While the NCAA is losing sway in the wake of last year’s Supreme Court ruling, with more power being shifted to its member conferences, it also remains clear the schools still want the association to handle enforcement.

But what exactly is being enforced?

Athletes can now be paid for endorsement and sponsorship deals and college sports is still waiting on and hoping for help from federal lawmakers to regulate name, image and likeness compensation.

Plus, as revenue skyrockets for schools at the top of major college sports, the NCAA is trending toward fewer restrictions on what financial benefits can be provided to athletes.

“Until we have clarity and certainty on what schools and boosters and athletes can and can’t do, I think many recognize that it’s dangerous to hand down significant punishments when it’s not clear what you can and can’t do,” said Gabe Feldman, director of the sports law program at Tulane. “And I think unless you have clear rules, it’s hard to harsh punishment.”

Still, punishments directed at schools (fines) and coaches (suspensions) could become steeper and longer, Feldman said.

Potuto said with so much money flowing into the top of college athletics, it is doubtful fines could be large enough to be a true deterrent. While she understands the desire to not have current athletes pay for the sins of previous regimes, loosened transfer rules could mitigate the potential harm.

“I will make one prediction: If there is a move to impose penalties much less frequently in five years there is going to be a move to put them back in,” Potuto said.

Kentucky moves scrimmage to Eastern Kentucky for flood relief

Sam Upshaw Jr./Courier Journal/USA TODAY NETWORK

LEXINGTON, Ky. — Kentucky will play its annual Blue-White men’s basketball scrimmage in Eastern Kentucky to benefit victims of the devastating summer floods.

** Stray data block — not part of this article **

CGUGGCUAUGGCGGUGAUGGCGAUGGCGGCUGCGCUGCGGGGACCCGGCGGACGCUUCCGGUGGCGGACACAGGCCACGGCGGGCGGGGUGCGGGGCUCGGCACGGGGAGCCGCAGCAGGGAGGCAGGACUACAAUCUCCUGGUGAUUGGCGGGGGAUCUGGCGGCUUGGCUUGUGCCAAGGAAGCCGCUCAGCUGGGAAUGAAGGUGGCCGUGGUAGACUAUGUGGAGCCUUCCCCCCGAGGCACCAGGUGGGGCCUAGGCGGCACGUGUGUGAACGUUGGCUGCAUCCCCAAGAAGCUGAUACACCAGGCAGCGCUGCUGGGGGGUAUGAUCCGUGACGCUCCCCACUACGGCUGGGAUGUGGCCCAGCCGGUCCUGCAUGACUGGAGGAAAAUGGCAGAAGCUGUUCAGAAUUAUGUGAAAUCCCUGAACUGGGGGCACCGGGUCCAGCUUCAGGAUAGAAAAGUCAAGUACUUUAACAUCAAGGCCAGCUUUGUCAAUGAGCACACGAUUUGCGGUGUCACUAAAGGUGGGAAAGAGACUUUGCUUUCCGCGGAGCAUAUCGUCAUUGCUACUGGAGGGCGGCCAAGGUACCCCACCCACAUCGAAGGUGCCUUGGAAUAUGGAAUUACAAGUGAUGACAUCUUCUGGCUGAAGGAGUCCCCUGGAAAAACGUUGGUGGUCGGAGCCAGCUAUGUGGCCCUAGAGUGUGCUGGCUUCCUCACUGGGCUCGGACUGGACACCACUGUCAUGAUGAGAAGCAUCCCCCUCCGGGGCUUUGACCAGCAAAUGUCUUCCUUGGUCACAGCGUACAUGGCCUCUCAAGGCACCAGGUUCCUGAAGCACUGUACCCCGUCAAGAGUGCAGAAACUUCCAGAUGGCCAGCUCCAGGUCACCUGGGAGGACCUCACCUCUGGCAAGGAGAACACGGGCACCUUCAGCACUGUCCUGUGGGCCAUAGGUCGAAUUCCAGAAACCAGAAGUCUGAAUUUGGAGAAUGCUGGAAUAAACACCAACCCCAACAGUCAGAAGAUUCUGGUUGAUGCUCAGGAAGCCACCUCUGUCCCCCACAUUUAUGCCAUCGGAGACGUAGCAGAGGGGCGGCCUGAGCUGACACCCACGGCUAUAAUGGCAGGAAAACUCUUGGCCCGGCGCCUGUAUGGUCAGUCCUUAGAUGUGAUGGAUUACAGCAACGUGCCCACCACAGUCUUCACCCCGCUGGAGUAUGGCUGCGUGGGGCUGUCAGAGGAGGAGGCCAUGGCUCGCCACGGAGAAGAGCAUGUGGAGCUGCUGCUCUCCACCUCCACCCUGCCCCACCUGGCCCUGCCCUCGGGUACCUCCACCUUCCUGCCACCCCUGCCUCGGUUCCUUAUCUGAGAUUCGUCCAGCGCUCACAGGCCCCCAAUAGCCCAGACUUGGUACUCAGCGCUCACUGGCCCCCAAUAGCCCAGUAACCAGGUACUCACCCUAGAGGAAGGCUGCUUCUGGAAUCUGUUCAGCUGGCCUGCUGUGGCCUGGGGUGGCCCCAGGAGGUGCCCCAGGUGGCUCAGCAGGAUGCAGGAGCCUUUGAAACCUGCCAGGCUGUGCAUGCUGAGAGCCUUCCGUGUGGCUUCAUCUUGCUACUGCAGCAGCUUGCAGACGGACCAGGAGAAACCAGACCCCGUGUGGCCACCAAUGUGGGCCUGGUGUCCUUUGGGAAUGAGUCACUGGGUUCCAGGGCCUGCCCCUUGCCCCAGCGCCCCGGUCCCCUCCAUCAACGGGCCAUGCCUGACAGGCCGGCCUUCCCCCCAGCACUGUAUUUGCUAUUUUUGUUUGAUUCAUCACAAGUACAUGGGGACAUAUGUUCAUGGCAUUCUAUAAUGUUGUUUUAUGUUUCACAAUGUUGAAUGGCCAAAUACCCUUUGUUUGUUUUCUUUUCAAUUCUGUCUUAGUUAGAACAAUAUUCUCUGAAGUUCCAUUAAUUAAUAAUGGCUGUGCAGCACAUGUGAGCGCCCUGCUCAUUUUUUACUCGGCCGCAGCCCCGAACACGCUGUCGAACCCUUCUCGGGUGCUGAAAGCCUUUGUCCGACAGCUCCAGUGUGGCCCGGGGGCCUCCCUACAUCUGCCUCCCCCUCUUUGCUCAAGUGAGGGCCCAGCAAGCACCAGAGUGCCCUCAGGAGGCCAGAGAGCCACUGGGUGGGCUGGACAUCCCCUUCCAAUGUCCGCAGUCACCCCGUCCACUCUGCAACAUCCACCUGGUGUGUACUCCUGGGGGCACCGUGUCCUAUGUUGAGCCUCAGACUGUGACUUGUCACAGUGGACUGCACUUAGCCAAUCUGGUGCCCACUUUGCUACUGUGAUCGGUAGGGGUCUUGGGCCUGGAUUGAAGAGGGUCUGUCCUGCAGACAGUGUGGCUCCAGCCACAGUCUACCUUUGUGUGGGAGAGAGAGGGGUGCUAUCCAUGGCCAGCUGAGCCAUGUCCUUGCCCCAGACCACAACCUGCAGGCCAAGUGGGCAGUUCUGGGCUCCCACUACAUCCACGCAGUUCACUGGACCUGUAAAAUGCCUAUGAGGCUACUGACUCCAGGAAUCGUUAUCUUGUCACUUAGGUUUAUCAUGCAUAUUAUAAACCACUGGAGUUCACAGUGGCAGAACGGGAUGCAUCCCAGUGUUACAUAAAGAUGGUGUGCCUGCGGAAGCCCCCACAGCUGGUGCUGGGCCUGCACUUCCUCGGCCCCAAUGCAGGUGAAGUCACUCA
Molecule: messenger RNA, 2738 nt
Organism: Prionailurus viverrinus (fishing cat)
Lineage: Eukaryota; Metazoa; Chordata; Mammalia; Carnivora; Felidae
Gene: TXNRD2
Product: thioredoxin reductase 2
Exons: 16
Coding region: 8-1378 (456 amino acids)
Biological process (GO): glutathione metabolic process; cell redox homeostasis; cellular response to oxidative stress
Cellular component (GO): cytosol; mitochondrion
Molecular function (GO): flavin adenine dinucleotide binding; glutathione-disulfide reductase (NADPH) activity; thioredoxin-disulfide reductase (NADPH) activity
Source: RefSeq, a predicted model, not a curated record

The school announced that the Oct. 22 event at Appalachian Wireless Arena in Pikeville will feature a pregame Fan Fest. Ticket proceeds will go through Team Eastern Kentucky Flood Relief.

Wildcat players will also participate in a community service activity with local organizations in the relief effort.

Kentucky coach John Calipari said the team was excited to play for Eastern Kentucky fans and added, “We hope we can provide a temporary escape with basketball and community engagement.”

The scrimmage traditionally is held at Rupp Arena. It will occur eight days after its Big Blue Madness public workout at Rupp.

Kentucky’s Tionna Herron recovering from open-heart surgery

Rich Janzaruk/Herald-Times/USA TODAY NETWORK

LEXINGTON, Ky. — Kentucky coach Kyra Elzy says freshman Tionna Herron is recovering from open-heart surgery to correct a structural abnormality.

The 6-foot-4 post player learned of her condition after arriving at school in June and received other opinions before surgery was recommended. Senior trainer Courtney Jones said in a release that Herron underwent surgery Aug. 24 at Texas Children’s Hospital in Houston and is recovering at home in DeSoto, Texas.

Elzy said Herron “is the definition of a warrior” and all are grateful to be on the other side of the player’s surgery. Herron is expected back on campus early next month and will continue rehabilitation until she’s cleared to return to normal activity.

“Her will and determination to eventually return to the court is inspiring, and it’s that `game-on’ attitude that is what makes her such a perfect fit in our program,” Elzy said in a release. “We are so thrilled for Tionna’s return to our locker room; it’s not the same without our full team together.”

Herron committed to Kentucky during last fall’s early signing period, rated as a four-star prospect and a top-70 player in last year’s class. Kentucky won last year’s Southeastern Conference Tournament and reached the NCAA Tournament’s first round.

Emoni Bates charged with 2 felonies


SUPERIOR TOWNSHIP, Mich — Emoni Bates, a former basketball prodigy who transferred to Eastern Michigan from Memphis, was charged with two felonies after police found a gun in a car during a traffic stop.

The 18-year-old Bates failed to stop at an intersection Sunday night and a search turned up the weapon, said Derrick Jackson, a spokesman for the Washtenaw County sheriff’s office.